Circles are special cases of ellipses, obtained when the cutting plane is perpendicular to the cone's axis. An ellipse is also the locus of all points of the plane whose distances to two fixed points add to the same constant.
A circle has one center, called a focus, but an ellipse has two foci.
An ellipse is simply all points on a graph that the sum of the distances from 2 points are the same. For example, an ellipse can be made by putting two pins into cardboard and a circle of string around those two, then putting a pencil in the loop and pulling as far as possible without breaking the string in all directions. The orbits of the planets are ellipses, with the sun at one focus and nothing at the other.
The equation of an ellipse is :
where the center of the ellipse is (h,k). 2A is the length from each end of the longer skinnier side. 2b is the length of the 2 ends of the short side. A²-B²=C² for c is the length between the foci and the center.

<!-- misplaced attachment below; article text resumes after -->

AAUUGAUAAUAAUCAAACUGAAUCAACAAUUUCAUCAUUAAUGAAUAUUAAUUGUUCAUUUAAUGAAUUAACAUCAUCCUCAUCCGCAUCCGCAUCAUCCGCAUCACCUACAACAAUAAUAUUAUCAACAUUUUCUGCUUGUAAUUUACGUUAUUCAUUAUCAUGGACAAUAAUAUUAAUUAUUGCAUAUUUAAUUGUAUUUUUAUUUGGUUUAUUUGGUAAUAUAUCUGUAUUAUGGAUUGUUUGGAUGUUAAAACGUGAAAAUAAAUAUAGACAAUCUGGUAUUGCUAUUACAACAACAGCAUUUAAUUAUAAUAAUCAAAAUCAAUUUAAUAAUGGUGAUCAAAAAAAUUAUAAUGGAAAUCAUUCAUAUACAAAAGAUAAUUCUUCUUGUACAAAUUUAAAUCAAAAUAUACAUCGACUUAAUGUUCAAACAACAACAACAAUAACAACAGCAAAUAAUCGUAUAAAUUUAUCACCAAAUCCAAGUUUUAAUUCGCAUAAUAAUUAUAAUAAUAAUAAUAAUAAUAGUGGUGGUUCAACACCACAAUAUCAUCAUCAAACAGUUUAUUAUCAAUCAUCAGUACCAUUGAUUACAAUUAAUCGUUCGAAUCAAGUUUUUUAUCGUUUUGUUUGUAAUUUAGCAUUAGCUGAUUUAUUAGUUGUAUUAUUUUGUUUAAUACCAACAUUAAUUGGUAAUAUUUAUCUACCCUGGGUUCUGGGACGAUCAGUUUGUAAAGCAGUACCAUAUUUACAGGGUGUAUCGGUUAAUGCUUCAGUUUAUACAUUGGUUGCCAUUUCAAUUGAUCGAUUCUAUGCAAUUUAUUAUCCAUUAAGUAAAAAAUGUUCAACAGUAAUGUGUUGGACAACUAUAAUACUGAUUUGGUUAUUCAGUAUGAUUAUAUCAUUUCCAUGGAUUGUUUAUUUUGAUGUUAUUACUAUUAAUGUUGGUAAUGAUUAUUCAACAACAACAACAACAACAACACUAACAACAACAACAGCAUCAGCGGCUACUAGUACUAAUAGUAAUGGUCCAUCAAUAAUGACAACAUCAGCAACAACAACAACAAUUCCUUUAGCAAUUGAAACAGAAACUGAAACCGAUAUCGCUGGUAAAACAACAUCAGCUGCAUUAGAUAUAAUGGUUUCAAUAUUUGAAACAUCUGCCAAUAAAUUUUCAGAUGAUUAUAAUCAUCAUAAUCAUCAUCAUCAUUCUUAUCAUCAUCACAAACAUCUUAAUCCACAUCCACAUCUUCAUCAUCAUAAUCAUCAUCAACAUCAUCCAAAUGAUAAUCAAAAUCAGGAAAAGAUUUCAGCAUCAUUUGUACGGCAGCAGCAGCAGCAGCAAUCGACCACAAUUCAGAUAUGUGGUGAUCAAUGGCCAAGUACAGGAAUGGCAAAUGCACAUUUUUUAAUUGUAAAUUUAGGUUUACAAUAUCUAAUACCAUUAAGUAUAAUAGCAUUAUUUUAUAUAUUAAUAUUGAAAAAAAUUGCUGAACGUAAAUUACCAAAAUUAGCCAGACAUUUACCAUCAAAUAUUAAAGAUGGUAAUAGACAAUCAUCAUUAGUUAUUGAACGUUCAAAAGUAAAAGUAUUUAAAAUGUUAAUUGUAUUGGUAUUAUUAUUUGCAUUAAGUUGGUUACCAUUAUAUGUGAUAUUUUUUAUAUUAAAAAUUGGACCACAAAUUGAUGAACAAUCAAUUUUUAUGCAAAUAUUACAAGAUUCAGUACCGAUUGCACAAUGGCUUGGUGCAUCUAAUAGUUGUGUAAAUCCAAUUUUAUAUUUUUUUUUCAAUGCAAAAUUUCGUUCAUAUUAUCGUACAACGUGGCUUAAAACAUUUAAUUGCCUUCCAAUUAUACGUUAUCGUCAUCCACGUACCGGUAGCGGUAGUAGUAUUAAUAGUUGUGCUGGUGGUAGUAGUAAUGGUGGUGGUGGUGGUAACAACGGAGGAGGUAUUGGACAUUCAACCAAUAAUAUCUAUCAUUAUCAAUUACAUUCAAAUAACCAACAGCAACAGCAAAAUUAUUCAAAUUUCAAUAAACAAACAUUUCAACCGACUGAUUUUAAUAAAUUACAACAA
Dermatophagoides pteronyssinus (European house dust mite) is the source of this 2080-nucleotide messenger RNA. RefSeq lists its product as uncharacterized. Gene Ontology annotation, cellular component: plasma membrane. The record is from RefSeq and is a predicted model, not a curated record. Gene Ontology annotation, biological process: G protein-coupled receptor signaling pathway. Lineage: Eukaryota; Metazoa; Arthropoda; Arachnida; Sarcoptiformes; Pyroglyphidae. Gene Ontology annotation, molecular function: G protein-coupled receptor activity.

Other websites[change | change source]
- Ellipse & Hyperbola Construction Archived 2008-02-11 at the Wayback Machine - An interactive sketch showing how to trace the curves of the ellipse and hyperbola. (Requires Java.)
- Ellipse Construction Archived 2007-12-02 at the Wayback Machine - Another interactive sketch, this time showing a different method of tracing the ellipse. (Requires Java.)
- Ellipse on MathWorld - More on Ellipse
- The Shape and History of The Ellipse in Washington, D.C. by Clark Kimberling
- Collection of animated ellipse demonstrations. Ellipse, axes, semi-axes, area, perimeter, tangent, foci.
- Woodworking videos showing how to work with ellipses in wood.
References[change | change source]
- from Greek ἔλλειψις elleipsis, a "falling short"
|Wikimedia Commons has media related to Ellipses.|